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Pulmonary Rehabilitation in COVID-19 patients: A scoping review of current practice and its application during the pandemic.
Siddiq, Md Abu Bakar; Rathore, Farooq Azam; Clegg, Danny; Rasker, Johannes J.
  • Siddiq MAB; Department of Physical Medicine and Rehabilitation, Brahmanbaria Medical College, Brahmanbaria, Bangladesh.
  • Rathore FA; School of Health Sports and Professional Practice, University of South Wales, Pontypridd, United Kingdom.
  • Clegg D; Department of Rehabilitation Medicine, PNS Shifa Hospital, Karachi, Pakistan.
  • Rasker JJ; School of Health and Social Care, London South Bank University, London, United Kingdom.
Turk J Phys Med Rehabil ; 66(4): 480-494, 2020 Dec.
Article in English | MEDLINE | ID: covidwho-1000520
Semantic information from SemMedBD (by NLM)
1. Comorbidity PROCESS_OF Elderly (population group)
Subject
Comorbidity
Predicate
PROCESS_OF
Object
Elderly (population group)
2. Comorbidity PROCESS_OF Elderly (population group)
Subject
Comorbidity
Predicate
PROCESS_OF
Object
Elderly (population group)
ABSTRACT
The novel coronavirus-2019 (COVID-19) pandemic primarily affects the respiratory system. Elderly individuals with comorbidity are severely affected. Survivors weaned from mechanical ventilation are at a higher risk of developing post-intensive care syndrome (PICS). This scoping review, based on 40 recent publications, highlights pulmonary rehabilitation (PR) in COVID-19. There is a paucity of high-quality research on this topic. However, rehabilitation societies including the Turkish Society of Physical Medicine and Rehabilitation have issued PR recommendations in COVID-19 pneumonia with productive cough can benefit from diaphragmatic breathing, pursed-lip breathing, and resistance-breathing training. Besides, those in mechanical ventilation and post-PICS COVID-19 cases, oxygen therapy, early mobilization, airway clearance, aerobic exercise, gradual-graded limb muscle resistance exercise, nutritional and psychological interventions should be consideration. During PR, careful evaluation of vital signs and exercise-induced symptoms is also required. When in-person PR is not possible, telerehabilitation should be explored. However, the long-term effects of PR in COVID-19 need further evaluation.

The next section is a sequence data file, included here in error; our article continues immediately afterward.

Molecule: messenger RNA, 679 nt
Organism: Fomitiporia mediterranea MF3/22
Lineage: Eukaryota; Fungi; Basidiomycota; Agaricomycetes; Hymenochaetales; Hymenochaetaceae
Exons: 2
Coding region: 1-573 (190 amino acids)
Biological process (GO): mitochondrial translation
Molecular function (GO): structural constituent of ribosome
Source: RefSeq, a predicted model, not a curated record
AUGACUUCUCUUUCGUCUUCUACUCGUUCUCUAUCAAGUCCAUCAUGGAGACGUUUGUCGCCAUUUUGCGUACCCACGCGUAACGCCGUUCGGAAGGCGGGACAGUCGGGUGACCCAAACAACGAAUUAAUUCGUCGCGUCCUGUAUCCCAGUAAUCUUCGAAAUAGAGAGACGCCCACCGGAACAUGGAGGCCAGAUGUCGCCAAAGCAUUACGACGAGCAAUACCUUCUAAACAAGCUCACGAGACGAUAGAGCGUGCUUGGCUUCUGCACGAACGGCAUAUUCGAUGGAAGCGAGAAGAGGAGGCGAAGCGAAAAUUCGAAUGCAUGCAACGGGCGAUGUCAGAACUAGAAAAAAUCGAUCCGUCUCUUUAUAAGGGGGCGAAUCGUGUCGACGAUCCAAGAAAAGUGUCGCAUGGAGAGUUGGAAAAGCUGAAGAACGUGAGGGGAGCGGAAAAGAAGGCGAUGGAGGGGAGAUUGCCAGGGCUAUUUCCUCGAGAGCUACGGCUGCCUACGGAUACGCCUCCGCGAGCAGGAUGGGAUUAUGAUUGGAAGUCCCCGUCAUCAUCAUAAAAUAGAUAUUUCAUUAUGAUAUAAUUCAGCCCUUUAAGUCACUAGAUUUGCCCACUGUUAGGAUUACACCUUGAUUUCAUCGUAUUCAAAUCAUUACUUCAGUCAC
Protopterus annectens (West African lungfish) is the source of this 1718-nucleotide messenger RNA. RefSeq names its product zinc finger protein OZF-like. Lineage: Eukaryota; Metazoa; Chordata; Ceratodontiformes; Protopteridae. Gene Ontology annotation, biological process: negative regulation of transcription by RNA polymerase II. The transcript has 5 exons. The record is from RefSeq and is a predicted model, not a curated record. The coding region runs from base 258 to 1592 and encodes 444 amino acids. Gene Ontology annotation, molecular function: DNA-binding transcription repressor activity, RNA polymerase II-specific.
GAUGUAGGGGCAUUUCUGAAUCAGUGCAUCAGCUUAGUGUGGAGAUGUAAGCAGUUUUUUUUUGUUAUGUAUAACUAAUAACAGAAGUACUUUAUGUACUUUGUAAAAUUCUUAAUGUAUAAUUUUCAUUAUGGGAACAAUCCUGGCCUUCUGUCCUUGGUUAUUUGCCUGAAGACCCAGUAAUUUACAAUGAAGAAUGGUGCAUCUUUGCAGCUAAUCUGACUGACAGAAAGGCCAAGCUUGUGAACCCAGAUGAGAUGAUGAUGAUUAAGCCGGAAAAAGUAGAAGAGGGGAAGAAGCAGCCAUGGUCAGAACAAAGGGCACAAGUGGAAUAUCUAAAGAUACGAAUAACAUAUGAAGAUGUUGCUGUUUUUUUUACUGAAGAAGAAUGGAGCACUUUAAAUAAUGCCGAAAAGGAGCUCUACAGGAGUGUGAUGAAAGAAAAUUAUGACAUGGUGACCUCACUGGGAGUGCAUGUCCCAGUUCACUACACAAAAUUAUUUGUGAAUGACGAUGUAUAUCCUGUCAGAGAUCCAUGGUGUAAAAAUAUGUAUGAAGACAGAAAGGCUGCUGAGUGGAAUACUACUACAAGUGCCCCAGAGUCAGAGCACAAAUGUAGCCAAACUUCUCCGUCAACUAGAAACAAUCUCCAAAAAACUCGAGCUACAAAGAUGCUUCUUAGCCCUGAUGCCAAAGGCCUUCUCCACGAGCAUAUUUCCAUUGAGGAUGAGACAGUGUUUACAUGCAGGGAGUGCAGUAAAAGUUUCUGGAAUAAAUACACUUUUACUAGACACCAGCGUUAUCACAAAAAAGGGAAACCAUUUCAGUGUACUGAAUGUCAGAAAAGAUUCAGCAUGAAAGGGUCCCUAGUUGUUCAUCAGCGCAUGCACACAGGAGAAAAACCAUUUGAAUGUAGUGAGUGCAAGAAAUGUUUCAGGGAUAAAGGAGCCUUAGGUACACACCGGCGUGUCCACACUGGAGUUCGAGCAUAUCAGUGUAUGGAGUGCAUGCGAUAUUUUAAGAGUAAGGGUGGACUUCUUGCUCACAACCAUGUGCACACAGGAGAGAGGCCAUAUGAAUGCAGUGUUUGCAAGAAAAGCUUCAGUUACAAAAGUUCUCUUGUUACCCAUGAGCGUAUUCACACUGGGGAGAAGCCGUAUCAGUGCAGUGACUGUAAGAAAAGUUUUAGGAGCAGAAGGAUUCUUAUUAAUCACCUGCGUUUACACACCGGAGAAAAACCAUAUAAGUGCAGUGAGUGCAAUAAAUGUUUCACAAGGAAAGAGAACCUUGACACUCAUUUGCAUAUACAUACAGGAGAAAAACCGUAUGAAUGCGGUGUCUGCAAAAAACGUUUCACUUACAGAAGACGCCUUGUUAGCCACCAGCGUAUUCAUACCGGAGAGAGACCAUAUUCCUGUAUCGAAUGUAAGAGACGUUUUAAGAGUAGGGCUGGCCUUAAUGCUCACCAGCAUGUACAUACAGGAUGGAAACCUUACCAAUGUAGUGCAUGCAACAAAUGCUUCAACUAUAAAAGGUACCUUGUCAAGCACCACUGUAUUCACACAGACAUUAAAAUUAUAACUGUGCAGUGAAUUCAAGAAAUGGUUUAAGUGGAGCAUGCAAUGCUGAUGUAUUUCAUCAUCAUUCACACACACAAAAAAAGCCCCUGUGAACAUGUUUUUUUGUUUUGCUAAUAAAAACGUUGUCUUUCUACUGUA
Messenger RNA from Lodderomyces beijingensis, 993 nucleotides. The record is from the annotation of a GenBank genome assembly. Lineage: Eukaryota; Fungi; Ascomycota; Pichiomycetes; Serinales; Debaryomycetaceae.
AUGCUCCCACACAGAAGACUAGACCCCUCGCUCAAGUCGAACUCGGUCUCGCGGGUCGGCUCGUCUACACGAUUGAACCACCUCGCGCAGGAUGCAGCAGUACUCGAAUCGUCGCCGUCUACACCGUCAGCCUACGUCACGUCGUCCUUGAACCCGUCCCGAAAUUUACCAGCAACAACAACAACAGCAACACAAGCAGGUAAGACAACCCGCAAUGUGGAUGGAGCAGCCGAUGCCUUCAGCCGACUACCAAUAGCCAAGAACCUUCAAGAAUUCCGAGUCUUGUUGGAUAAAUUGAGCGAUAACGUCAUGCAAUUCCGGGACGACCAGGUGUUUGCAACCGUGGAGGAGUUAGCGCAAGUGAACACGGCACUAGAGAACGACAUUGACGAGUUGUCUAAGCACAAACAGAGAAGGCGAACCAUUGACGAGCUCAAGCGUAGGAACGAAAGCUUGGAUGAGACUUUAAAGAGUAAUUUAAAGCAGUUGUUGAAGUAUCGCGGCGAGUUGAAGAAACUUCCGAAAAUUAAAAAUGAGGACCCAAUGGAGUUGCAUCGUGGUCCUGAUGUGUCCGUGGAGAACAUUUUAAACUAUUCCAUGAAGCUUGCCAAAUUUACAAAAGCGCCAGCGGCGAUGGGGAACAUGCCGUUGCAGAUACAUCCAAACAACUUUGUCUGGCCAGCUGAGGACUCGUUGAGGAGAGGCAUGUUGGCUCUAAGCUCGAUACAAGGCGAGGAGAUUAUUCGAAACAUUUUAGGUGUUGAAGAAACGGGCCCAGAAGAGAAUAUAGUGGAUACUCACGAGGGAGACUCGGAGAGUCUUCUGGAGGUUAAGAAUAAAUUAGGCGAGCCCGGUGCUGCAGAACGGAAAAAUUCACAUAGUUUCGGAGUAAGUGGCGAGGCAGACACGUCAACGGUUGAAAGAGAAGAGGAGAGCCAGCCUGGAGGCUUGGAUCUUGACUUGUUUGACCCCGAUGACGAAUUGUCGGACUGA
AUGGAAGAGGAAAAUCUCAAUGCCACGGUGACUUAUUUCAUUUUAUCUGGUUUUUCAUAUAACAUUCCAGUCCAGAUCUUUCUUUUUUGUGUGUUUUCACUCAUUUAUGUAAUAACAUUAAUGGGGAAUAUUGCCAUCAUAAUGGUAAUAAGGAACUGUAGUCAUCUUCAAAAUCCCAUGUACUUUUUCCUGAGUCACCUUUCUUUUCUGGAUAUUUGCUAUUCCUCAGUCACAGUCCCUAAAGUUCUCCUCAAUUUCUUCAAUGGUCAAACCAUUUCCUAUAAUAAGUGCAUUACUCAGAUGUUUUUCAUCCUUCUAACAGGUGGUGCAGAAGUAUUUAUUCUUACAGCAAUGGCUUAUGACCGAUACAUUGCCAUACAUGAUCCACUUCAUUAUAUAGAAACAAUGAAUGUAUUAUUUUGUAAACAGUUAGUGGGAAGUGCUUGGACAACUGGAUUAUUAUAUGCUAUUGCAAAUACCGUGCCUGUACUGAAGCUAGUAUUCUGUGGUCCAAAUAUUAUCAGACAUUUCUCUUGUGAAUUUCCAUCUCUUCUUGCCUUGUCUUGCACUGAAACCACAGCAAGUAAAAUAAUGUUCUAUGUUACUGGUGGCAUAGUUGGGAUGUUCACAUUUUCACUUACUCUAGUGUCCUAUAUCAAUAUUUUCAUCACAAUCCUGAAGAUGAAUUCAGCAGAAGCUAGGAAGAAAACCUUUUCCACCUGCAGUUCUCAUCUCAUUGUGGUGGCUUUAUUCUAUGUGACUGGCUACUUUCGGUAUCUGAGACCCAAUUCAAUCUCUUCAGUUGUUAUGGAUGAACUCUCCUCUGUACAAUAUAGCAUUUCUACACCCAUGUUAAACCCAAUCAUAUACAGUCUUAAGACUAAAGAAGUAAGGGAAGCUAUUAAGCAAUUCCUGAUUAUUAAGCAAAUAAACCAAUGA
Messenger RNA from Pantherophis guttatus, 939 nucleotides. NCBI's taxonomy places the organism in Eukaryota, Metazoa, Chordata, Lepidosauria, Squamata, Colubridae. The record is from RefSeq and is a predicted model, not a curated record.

Keywords

Full text: Available Collection: International databases Database: MEDLINE Type of study: Clinical Practice Guide / Reviews Language: English Journal: Turk J Phys Med Rehabil Year: 2020 Document Type: Article Affiliation country: Tftrd.2020.6889

Full text: Available Collection: International databases Database: MEDLINE Type of study: Clinical Practice Guide / Reviews Language: English Journal: Turk J Phys Med Rehabil Year: 2020 Document Type: Article Affiliation country: Tftrd.2020.6889